AncientyPages.com - A team of researchers led by Professor David Mattingly, of the University of Leicester's School of Archaeology and Ancient History, is investigating a lost civilization in southern Libya that will help to reshape the history of early Africa.
The subject of the research is an ancient Saharan people called the Garamantes, whose settlements can be as old as 3,000 years.
Ancient Garamante script. This script is derived from pure Libyan Abjad script which has many similarities to the Egyptian hieratic script.
A long-forgotten Saharan people made the desert bloom, built impressive cities and controlled an empire of 70,000 square miles.
Nearly all scholars had thought this ancient people, known as the Garamantes, had been little more than desert barbarians living in one small town, a couple of villages and scattered, nomadic encampments.
The Garamantes had at least three big cities and 20other important settlements in the middle of the world's largest desert and the desert, where rainfall averages only half an inch each year, was successfully cultivated.
A 3,000-mile network of underground irrigation canals was built by the Garamantes, which tapped into natural fossil water supplies laid down more than 40,000 years ago when rain last fell plentifully in the area.
Using aerial photography and satellite imagery Professor Mattingly and his team have pieced together the area’s archaeological heritage and discovered hundreds of fortified oasis settlements and advanced water and irrigation systems that sustained advanced oasis agriculture.
These discoveries reveal that the sun-beaten and arid lands of the Sahara to have been a much more populous place than first thought.
"The Sahara is often depicted as a totally hostile landscape in which only a few scattered nomads could eke out an existence prior to the expansion of Trans-Saharan trade routes in the Islamic era,' Professor Mattingly said.
"The new evidence suggests that the early medieval expansion of trade and settlement built on earlier initiatives, in which the Garamantes had played a significant role.”
The five-year project looks at the period dating from 500BC to AD 1500. The team started with a focus on southern Libya where the heartlands of the Garamantes were located – once thought to be a nomadic tribe living in scattered camps dotted among the dunes of the central Sahara, the Garamantes are now known to have built sophisticated permanent villages and urban settlements.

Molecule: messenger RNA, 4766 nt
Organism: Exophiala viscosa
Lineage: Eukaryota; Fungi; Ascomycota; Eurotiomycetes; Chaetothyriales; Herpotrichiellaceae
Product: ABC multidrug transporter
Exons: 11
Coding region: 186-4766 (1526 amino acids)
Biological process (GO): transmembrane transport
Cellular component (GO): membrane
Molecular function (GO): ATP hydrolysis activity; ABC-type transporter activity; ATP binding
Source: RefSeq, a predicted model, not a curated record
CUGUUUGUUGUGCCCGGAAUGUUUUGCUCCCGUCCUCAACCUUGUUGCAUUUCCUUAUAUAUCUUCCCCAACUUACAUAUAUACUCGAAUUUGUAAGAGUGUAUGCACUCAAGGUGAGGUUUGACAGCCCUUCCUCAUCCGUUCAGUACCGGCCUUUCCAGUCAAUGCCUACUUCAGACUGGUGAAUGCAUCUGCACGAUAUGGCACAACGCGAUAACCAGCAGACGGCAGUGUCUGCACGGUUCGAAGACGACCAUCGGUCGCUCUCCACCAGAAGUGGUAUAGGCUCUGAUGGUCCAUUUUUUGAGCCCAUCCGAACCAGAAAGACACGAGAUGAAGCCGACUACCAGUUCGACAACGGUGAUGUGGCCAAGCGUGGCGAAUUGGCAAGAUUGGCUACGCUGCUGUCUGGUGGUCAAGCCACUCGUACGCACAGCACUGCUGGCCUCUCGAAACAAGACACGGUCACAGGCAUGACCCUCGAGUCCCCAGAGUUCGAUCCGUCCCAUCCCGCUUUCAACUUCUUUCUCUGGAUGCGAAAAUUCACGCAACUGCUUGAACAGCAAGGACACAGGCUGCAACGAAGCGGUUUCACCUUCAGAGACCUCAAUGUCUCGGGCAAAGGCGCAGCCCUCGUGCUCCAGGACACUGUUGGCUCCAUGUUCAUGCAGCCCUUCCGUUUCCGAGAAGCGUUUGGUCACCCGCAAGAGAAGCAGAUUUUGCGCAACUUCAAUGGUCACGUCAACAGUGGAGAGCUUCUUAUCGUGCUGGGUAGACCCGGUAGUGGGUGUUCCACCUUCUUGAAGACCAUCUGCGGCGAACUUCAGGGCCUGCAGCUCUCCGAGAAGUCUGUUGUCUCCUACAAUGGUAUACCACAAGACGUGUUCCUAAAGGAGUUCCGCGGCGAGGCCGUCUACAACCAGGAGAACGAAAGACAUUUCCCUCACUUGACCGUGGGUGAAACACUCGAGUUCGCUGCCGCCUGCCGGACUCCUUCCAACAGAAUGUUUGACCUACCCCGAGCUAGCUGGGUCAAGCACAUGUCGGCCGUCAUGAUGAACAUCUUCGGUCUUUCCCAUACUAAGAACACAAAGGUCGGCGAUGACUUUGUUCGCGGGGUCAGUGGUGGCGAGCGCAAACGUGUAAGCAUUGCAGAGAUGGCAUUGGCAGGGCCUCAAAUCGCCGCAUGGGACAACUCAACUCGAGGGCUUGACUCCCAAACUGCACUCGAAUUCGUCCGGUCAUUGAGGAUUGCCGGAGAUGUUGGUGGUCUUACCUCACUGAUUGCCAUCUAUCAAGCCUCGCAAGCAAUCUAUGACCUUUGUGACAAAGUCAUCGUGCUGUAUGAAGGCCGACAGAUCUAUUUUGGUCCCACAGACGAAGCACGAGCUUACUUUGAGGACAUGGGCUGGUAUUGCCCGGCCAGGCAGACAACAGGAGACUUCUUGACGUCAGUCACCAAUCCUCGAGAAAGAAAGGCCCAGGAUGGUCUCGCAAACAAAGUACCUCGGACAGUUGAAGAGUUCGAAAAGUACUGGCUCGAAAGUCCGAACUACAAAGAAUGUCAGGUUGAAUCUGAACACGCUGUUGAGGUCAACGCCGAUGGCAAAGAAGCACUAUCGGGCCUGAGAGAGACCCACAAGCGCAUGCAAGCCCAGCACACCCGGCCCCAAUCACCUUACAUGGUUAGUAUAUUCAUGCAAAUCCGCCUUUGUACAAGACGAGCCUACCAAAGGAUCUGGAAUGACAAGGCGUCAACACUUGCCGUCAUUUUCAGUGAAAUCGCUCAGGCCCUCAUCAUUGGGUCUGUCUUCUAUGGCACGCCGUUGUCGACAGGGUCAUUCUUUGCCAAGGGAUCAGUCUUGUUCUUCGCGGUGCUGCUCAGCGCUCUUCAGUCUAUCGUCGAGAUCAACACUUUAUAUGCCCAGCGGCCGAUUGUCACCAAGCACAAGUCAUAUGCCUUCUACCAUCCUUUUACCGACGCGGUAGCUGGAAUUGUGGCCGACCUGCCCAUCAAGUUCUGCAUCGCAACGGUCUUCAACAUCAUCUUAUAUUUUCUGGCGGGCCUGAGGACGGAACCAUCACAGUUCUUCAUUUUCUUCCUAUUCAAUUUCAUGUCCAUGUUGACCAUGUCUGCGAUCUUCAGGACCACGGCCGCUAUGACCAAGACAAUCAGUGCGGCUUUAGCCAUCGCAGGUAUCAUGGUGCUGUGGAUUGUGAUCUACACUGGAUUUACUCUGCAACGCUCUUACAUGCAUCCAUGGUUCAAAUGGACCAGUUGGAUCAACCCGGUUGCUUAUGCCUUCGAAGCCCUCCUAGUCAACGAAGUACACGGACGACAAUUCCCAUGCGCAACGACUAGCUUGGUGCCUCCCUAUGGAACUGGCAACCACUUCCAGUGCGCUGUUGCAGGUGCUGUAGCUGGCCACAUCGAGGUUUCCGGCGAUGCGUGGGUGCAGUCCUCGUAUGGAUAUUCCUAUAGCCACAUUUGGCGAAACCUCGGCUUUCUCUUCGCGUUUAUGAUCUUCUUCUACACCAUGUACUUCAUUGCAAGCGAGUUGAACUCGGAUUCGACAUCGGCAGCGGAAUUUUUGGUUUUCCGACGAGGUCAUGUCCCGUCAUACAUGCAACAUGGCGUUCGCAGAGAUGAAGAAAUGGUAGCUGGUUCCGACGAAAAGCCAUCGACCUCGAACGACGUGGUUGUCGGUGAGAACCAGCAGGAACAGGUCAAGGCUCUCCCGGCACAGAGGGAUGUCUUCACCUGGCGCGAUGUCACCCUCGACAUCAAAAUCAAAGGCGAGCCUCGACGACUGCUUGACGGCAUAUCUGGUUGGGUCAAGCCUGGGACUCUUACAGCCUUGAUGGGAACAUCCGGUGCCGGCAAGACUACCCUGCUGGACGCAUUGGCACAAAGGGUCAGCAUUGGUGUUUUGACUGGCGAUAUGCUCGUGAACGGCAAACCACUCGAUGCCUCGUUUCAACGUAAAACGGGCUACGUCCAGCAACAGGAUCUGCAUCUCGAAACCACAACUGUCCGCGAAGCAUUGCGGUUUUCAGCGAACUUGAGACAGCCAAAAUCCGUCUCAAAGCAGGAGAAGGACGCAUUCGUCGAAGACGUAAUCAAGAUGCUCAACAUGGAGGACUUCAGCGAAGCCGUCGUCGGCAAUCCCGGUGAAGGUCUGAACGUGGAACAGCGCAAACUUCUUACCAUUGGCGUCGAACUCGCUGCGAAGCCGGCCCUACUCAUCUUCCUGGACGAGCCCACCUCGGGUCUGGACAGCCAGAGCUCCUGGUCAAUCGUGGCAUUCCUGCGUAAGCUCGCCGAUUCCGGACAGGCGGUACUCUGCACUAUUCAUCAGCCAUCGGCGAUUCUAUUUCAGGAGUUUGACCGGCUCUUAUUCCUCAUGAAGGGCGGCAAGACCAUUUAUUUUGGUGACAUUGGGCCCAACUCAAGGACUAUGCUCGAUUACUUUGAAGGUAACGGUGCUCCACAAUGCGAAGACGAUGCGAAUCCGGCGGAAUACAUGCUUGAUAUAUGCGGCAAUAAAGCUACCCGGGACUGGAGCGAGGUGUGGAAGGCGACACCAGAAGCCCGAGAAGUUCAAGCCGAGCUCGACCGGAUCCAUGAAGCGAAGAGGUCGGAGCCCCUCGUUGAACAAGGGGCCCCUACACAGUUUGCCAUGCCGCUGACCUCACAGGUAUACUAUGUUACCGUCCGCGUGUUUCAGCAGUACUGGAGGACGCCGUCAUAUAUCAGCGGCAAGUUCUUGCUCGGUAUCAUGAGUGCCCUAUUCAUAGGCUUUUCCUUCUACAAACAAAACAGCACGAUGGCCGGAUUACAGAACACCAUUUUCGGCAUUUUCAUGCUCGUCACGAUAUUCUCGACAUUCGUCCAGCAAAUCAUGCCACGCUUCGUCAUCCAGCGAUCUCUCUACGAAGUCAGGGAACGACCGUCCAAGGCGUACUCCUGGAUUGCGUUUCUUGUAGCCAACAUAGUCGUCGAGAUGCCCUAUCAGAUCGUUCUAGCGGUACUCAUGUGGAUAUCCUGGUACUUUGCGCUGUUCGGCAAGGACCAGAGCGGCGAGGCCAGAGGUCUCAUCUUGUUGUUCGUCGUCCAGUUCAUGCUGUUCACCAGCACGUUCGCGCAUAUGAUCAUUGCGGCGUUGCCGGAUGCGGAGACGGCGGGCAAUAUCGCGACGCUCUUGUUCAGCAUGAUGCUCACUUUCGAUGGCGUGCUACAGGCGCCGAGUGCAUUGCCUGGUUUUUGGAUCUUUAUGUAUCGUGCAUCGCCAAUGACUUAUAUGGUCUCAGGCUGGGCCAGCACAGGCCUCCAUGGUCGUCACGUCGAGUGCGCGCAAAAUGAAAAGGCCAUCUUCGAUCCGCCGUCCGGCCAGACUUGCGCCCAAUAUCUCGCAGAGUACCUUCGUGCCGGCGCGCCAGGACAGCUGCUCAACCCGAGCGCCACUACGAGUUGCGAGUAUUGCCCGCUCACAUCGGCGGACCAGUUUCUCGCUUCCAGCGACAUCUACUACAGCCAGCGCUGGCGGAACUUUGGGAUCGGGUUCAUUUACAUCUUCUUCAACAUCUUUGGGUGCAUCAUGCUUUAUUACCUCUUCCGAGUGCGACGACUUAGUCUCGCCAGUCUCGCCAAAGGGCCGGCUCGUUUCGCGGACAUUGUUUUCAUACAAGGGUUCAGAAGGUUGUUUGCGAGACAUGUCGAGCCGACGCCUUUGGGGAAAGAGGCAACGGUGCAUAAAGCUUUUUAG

They also practised oasis agriculture – exploiting fossil water sources to irrigate crops – and were skilled craftsmen and manufacturers which has been shown by examples of metalworking and textile production found at the archaeological sites.
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Trade was also an important part of life for this ancient society and demonstrable links with both the Mediterranean and Sub-Saharan zones has shown that they were among the first people to create a Trans-Saharan network of commerce.
But this is not all. As Professor Mattingly’s Research Associate, Dr Martin Sterry, explains, the implications of the discoveries relating to the Garamantes extend into other areas of the Sahara.
“Our mapping work from satellite images has revealed similar patterns of permanent settlements and oasis farming innovation in other regions and it looks like some of this also originated in the pre-Islamic era,' he added.
"This changes the whole basis of our understanding of human occupation with and contacts across the Sahara. The desert was a much more intensely settled and inter-connected region than we have previously realised,' Professor Mattingly said.
The £1.8 million project, funded by the European Research Council (ERC), began in 2011 and has uncovered a wealth of knowledge about pre-Islamic and early Islamic Africa, including demonstrating the formation of early states, tracing population migrations and finding some of the earliest evidence of Saharan trade.